A Summer Crime Initiative is underway in the District of Columbia to help curb the increase in violent crime that tends to occur throughout cities during warmer months. The summer initiative includes mandatory overtime for officers, as well as 12-hour shifts of street patrol. According to the D.C. police chief, the first weekend of the initiative resulted in a 10 percent dip in crime rates. Neighborhood activists also praised the initiative for creating a high profile presence for police officers and sending a message that the police department is responsive to community concerns. The summer crime-fighting plan relies on proactive patrols and other tactics developed after analyzing a pattern of crime trends for the past five years.
If you’re out and about in the city this summer, the Metropolitan Police Department offers the following advice to keep you from becoming the target of robbery or assault:
“Personal Safety Tips on the Street
- If possible, don’t walk alone during late-night hours. Walk in groups whenever you can—there is always safety in numbers.
- Let a family member or friend know your destination and your estimated time of arrival or return. That way, the police can be notified as quickly as possible if there is a problem.
- Stay in well-lit areas as much as possible. Avoid alleys, vacant lots, wooded areas, and other short-cuts or secluded areas. They are usually not well-lit or heavily traveled.
- Walk on the sidewalk whenever possible. Walk close to the curb, avoiding doorways, bushes, and other potential hiding places.
- If you have to walk in the street, walk facing traffic. A person walking with traffic can be followed, forced into a car, and abducted more easily than a person walking against traffic.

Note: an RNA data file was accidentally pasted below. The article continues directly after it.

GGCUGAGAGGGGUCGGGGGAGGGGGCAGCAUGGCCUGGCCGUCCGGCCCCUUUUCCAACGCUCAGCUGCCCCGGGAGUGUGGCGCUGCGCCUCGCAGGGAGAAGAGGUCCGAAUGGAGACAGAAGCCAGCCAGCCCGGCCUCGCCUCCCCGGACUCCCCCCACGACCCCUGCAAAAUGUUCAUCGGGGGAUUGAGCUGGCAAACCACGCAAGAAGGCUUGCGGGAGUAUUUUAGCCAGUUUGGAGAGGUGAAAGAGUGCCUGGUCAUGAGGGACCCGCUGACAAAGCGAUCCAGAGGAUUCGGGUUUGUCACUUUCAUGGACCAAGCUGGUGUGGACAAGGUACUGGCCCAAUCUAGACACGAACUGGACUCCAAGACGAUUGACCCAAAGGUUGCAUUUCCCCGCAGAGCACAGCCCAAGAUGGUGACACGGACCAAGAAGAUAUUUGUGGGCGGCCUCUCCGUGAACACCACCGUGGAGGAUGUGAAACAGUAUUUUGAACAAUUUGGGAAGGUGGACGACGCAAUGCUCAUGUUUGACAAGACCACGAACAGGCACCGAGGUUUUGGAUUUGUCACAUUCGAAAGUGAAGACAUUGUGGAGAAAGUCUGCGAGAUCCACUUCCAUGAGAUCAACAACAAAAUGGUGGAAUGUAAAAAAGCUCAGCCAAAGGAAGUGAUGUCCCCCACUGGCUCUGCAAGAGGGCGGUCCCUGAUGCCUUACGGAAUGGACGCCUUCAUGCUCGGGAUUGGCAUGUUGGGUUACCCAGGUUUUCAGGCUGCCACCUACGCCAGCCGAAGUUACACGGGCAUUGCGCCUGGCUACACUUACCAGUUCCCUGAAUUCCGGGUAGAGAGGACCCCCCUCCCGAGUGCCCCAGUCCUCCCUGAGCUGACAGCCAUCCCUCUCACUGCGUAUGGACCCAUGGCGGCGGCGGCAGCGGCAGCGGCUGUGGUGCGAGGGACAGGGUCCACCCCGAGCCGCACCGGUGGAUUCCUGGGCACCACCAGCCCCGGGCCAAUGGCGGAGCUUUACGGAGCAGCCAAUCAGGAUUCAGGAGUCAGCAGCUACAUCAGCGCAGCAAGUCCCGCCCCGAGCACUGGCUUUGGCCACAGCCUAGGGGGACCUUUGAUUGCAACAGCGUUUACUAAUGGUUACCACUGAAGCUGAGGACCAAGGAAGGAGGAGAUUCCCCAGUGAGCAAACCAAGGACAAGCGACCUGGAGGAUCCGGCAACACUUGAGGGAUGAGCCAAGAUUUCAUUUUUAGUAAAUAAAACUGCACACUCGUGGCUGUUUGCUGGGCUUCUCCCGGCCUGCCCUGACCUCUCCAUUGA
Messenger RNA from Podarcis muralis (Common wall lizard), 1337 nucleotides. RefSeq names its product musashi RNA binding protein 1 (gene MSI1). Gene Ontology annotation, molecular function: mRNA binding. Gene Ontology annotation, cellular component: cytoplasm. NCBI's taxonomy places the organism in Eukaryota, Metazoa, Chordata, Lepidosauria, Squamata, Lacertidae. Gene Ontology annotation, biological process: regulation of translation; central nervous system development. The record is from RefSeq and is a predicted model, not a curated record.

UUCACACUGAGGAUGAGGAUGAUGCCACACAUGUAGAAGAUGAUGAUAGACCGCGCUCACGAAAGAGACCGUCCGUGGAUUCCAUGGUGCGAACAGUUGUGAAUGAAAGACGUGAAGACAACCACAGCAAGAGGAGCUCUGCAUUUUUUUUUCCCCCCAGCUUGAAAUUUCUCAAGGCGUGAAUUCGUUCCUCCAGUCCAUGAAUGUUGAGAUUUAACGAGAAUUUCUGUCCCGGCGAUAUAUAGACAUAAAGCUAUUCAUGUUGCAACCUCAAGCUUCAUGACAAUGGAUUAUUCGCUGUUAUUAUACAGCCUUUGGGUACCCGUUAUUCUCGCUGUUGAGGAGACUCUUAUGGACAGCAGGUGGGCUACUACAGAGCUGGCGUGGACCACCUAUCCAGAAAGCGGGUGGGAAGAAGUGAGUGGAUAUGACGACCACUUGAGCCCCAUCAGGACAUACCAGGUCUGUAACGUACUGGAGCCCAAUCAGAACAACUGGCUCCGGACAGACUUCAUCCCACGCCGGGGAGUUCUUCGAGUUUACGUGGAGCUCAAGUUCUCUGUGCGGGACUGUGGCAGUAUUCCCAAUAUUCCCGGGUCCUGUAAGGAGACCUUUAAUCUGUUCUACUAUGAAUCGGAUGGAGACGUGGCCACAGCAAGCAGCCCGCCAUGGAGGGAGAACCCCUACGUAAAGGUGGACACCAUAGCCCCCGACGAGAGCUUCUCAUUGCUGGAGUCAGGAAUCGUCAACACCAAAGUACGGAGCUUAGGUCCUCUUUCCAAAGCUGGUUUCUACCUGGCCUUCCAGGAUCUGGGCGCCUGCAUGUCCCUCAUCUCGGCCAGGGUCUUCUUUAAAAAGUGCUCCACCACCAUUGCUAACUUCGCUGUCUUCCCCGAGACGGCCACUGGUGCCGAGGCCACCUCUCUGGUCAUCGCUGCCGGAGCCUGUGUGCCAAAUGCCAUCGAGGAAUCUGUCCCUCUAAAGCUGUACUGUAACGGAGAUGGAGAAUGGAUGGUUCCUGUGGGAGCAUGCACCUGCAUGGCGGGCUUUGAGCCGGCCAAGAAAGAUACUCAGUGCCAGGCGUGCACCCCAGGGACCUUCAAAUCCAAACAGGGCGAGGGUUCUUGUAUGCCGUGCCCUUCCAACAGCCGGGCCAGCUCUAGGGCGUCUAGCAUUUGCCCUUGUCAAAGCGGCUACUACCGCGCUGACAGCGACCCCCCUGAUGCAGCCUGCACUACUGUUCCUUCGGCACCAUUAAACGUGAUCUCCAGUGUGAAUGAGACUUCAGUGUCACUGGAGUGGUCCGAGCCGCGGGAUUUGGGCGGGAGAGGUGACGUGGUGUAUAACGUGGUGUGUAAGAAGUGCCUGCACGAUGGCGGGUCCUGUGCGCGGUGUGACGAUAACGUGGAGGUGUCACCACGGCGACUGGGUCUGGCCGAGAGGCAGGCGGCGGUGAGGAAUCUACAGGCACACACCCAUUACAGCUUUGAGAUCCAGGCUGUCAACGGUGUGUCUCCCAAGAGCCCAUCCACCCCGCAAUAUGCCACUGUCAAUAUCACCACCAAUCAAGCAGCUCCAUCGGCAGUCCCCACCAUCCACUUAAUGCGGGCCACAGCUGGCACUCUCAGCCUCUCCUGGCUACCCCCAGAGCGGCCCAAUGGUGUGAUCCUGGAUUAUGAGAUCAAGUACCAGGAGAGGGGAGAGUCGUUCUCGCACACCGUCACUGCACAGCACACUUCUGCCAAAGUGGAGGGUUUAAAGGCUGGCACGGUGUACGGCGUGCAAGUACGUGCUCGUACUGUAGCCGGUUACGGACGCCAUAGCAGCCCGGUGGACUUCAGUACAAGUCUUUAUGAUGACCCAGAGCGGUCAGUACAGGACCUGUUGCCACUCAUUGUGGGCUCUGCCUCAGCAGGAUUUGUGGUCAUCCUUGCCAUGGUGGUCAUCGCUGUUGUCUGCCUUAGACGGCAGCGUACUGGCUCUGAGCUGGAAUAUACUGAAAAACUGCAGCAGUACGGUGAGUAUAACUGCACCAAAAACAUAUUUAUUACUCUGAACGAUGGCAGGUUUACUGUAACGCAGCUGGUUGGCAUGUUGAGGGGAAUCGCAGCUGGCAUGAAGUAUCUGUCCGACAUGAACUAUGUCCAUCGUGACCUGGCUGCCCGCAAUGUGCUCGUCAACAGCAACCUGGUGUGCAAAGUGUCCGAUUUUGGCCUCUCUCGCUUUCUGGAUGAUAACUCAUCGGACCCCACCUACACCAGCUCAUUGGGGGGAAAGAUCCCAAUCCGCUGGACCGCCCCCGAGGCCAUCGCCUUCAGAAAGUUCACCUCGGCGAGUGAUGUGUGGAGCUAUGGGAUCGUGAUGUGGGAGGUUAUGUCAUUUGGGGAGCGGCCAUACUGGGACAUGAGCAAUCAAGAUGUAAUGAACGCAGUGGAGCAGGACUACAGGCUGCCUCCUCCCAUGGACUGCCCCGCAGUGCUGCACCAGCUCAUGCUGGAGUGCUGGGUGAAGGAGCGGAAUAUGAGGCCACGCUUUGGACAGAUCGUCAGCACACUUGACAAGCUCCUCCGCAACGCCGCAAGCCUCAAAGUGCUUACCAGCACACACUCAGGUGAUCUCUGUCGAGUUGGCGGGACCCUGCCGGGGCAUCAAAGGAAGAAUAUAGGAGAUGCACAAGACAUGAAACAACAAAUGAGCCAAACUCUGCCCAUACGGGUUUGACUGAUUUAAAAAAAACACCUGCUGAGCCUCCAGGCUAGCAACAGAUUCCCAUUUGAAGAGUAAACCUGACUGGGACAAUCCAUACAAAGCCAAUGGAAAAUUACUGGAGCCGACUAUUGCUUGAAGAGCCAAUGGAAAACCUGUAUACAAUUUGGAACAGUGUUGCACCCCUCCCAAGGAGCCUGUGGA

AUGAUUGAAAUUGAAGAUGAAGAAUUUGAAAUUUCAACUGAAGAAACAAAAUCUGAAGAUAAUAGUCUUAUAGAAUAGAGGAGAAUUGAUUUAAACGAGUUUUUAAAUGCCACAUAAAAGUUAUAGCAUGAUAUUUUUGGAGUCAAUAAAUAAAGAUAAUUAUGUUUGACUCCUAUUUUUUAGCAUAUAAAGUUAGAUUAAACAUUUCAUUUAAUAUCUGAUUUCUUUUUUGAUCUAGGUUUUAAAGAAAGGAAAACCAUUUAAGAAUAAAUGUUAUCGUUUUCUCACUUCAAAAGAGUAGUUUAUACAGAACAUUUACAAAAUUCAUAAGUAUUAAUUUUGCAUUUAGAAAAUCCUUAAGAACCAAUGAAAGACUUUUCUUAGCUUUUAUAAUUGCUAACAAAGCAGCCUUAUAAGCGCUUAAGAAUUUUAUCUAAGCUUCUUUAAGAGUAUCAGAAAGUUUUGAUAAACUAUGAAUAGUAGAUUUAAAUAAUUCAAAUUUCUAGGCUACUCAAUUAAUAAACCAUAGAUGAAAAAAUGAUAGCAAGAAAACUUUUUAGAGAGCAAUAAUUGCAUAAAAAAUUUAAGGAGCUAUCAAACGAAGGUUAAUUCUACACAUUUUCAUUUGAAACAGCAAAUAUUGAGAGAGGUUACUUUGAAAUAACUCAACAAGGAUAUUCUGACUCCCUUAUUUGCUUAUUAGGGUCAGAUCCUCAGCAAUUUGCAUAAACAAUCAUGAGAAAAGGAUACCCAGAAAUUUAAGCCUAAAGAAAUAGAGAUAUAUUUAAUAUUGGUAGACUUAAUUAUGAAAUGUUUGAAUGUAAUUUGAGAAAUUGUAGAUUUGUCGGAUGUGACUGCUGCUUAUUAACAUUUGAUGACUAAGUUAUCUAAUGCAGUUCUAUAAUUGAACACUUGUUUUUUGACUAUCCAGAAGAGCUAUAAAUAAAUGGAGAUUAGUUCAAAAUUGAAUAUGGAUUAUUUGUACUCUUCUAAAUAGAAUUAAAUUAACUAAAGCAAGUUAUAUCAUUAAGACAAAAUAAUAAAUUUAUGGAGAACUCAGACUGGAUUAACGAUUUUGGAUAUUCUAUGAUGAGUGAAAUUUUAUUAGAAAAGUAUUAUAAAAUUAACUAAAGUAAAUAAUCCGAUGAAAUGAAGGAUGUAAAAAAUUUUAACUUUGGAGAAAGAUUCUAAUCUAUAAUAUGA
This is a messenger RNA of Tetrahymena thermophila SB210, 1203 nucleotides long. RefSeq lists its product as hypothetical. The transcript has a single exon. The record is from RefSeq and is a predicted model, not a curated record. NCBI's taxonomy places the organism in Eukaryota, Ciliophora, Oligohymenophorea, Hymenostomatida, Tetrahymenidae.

- Walk confidently, directly, and at a steady pace. Don’t stop to talk to strangers.
- Wear clothing and shoes that give you freedom of movement. And don’t burden yourself with too many packages or items.
- Always be aware of your surroundings. If you are wearing headphones, don’t turn up the volume so high that you cannot hear outside noises.
- Never hitchhike or accept rides from strangers.
- Report any suspicious activity or person immediately to the Metropolitan Police Department at 3-1-1. Or, if it is an emergency, dial 9-1-1.
- Avoid carrying large sums of cash, or displaying expensive jewelry in public.”
To stay safe on the metro transit system, in particular, the Metro Transit Police Department offers the following tips:
“Late Night Travel Tips:
- Travel with someone you know.
- Stand near other passengers when waiting for a train or Metrobus
- If you feel uncomfortable, move near other people or look for a Metro employee for assistance.
- Ride in a rail car occupied by other people or sit in the first car where the train operator is located.
- Be alert to your surroundings.
Protect Your Electronic Device:
- Carry your electronic device in a pocket or a place where it is not easily seen or in easy reach of others.
- Be smart about when and where you use your electronic device.
- Change the color of your ear piece so that it does not readily suggest you carry an expensive electronic device.
- Avoid sitting or standing near the doors of rail cars or Metrobuses.
Report suspicious behavior and objectionable conduct immediately:
- Call the Metro Transit Police at (202) 962-2121
- On a Metrobus, tell the operator.
- In a station, use the emergency telephones located on platforms to talk to a station manager.
- In a rail car, use the emergency intercoms located at both ends of the rail car to talk to the train operator.”
The DC Metro Area Personal Injury Law Blog previously posted an article with general advice for late night safety on metro transit.
For information about your legal rights, please click here or call the law firm of Regan Zambri & Long PLLC at (202) 463-3030.